Patrick Beverley has endured summers in Chicago and winters in Russia, so there isn’t much chance he’s going to get emotionally distraught over another night in Oklahoma City.

And even if Beverley were prone to get his feelings hurt when people hurl abuse his way, he can consult one of the NBA’s reigning experts on the fine art of being a visiting team villain.

“In the famous words of Bill Walton, if they’re cheering you in the opponent’s gym, you’re doing something wrong,” said Rockets coach Kevin McHale, a veteran of the Lakers-Celtics brouhahas of the 1980s. “I don’t think they’re cheering (Beverley), so he must be doing something right.”

Wednesday night’s Game 5 will be the Rockets’ first game at Oklahoma City since the Game 2 incident in which Thunder guard Russell Westbook suffered a knee injury when he appeared to be trying to call a timeout and Beverley moved in for an attempted steal. Westbrook required season-ending surgery, and Beverley received all manner of Internet abuse from Thunder fans, including a couple of death threats from a Twitter account linked to an Oklahoma City ball boy.

Could be worse

Beverley, though, is made of sterner stuff.

The Chicago native was drafted out of Arkansas by the Lakers in 2009 but played in Europe from 2008-12 for teams in Ukraine, Greece and Russia, where fans have considerably more leeway to harass visiting team players than in comparatively sedate NBA arenas.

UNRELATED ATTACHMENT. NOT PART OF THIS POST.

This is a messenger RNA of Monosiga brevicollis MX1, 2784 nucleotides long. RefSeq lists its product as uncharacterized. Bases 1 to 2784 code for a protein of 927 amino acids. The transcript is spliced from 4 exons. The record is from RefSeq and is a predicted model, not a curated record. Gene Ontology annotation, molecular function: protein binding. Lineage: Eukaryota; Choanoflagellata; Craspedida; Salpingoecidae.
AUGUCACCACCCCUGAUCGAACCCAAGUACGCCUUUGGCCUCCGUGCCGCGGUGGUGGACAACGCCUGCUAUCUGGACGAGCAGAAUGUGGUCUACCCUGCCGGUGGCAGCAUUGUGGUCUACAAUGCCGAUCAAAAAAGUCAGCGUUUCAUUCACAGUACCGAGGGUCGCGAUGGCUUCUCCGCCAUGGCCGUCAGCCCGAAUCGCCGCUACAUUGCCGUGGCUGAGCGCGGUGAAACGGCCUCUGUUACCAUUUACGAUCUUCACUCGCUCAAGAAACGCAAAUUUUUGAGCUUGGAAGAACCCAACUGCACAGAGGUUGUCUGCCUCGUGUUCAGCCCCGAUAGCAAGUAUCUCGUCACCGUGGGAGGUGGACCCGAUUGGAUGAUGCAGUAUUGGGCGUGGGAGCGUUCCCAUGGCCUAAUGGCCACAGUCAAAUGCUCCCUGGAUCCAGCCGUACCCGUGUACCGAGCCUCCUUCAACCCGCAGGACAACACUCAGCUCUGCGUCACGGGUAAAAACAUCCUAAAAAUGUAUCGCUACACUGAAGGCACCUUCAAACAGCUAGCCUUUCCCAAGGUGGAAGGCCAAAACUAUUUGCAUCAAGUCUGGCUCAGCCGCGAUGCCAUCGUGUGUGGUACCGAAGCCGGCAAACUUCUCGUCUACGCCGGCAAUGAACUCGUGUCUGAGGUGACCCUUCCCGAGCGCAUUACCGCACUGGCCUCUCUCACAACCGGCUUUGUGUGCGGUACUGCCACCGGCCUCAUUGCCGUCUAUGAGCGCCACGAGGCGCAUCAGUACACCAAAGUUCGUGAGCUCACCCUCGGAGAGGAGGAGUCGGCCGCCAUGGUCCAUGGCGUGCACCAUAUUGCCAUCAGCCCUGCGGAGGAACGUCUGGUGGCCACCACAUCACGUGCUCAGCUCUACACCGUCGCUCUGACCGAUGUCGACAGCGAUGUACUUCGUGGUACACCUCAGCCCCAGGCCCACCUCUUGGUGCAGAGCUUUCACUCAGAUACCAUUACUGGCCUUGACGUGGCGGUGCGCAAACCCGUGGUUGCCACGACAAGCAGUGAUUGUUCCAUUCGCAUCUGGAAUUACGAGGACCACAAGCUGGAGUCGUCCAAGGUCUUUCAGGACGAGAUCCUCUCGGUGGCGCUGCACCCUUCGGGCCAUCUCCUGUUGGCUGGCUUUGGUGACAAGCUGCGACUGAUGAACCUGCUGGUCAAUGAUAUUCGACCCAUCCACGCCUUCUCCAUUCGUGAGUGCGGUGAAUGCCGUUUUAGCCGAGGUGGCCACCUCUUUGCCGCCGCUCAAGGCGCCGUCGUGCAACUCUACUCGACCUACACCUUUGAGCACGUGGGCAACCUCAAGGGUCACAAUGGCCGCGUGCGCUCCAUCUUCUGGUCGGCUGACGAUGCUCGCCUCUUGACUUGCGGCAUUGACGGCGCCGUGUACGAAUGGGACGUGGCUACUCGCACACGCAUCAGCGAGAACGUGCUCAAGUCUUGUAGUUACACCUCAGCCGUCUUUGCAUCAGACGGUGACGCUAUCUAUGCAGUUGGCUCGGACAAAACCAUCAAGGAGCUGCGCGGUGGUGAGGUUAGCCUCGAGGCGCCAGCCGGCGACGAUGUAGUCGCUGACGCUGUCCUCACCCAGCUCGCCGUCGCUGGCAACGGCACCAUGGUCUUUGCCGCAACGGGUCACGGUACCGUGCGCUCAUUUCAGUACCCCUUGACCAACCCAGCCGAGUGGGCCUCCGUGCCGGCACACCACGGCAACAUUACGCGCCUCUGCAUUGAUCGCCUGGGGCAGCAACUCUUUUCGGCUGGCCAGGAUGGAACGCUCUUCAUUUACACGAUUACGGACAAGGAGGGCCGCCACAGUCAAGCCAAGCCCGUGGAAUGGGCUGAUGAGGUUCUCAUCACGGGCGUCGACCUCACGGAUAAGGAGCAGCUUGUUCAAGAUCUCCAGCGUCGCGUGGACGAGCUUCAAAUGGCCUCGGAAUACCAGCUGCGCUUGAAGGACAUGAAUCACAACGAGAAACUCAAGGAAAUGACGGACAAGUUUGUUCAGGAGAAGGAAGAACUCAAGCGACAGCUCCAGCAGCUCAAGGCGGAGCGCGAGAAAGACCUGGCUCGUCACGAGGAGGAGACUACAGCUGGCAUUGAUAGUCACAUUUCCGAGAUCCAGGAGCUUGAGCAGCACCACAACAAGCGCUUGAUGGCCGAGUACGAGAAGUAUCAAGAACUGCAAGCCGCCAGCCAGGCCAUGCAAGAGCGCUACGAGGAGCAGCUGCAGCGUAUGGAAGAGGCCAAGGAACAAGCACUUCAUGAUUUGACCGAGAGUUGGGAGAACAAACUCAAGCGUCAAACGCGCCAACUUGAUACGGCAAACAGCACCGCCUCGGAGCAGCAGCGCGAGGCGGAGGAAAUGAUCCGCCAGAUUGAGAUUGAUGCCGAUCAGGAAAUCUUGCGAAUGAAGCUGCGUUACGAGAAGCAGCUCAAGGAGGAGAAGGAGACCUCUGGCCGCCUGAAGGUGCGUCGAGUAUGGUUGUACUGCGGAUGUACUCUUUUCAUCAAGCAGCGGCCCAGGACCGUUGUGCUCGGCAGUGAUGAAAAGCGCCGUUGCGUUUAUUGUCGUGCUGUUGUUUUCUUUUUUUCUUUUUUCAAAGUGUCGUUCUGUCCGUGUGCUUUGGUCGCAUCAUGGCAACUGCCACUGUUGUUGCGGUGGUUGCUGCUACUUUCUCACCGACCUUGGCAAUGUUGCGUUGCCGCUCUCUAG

“It’s going to be fun,” he said. “I’m looking forward to all the boos and stuff. I understand the crowd is going to be amped up, and I hope that is going to get us that more focused.
“Every time you catch the ball, you’re going to hear boos, so at least I get to release some of the pressure off (Rockets teammate and former Thunder guard James Harden).”

Beverley said Greek fans were prone to abusive behavior, and Russia-Turkey games were magnets for rowdy fans.

“It’s pretty (much) worse over there, but I’ve got a feeling it’s going to be pretty bad (in Oklahoma City),” he said.

But it’s not likely to be historically chaotic along the lines of the famous McHale-Kurt Rambis clotheslining incident during Game 4 of the 1984 NBA Finals at the Forum in Inglewood, Calif., where McHale and the Celtics were most unwelcome guests.

McHale, however, downplayed the impact that visiting fans had on his play during his Hall of Fame career.

“I didn’t care. I was so far from that,” McHale said. “In every arena that we went to that wasn’t the Boston arena, I could care less what they thought. As Bill said, if they’re cheering you when you go on the road, you’re doing something wrong. They should dislike you.”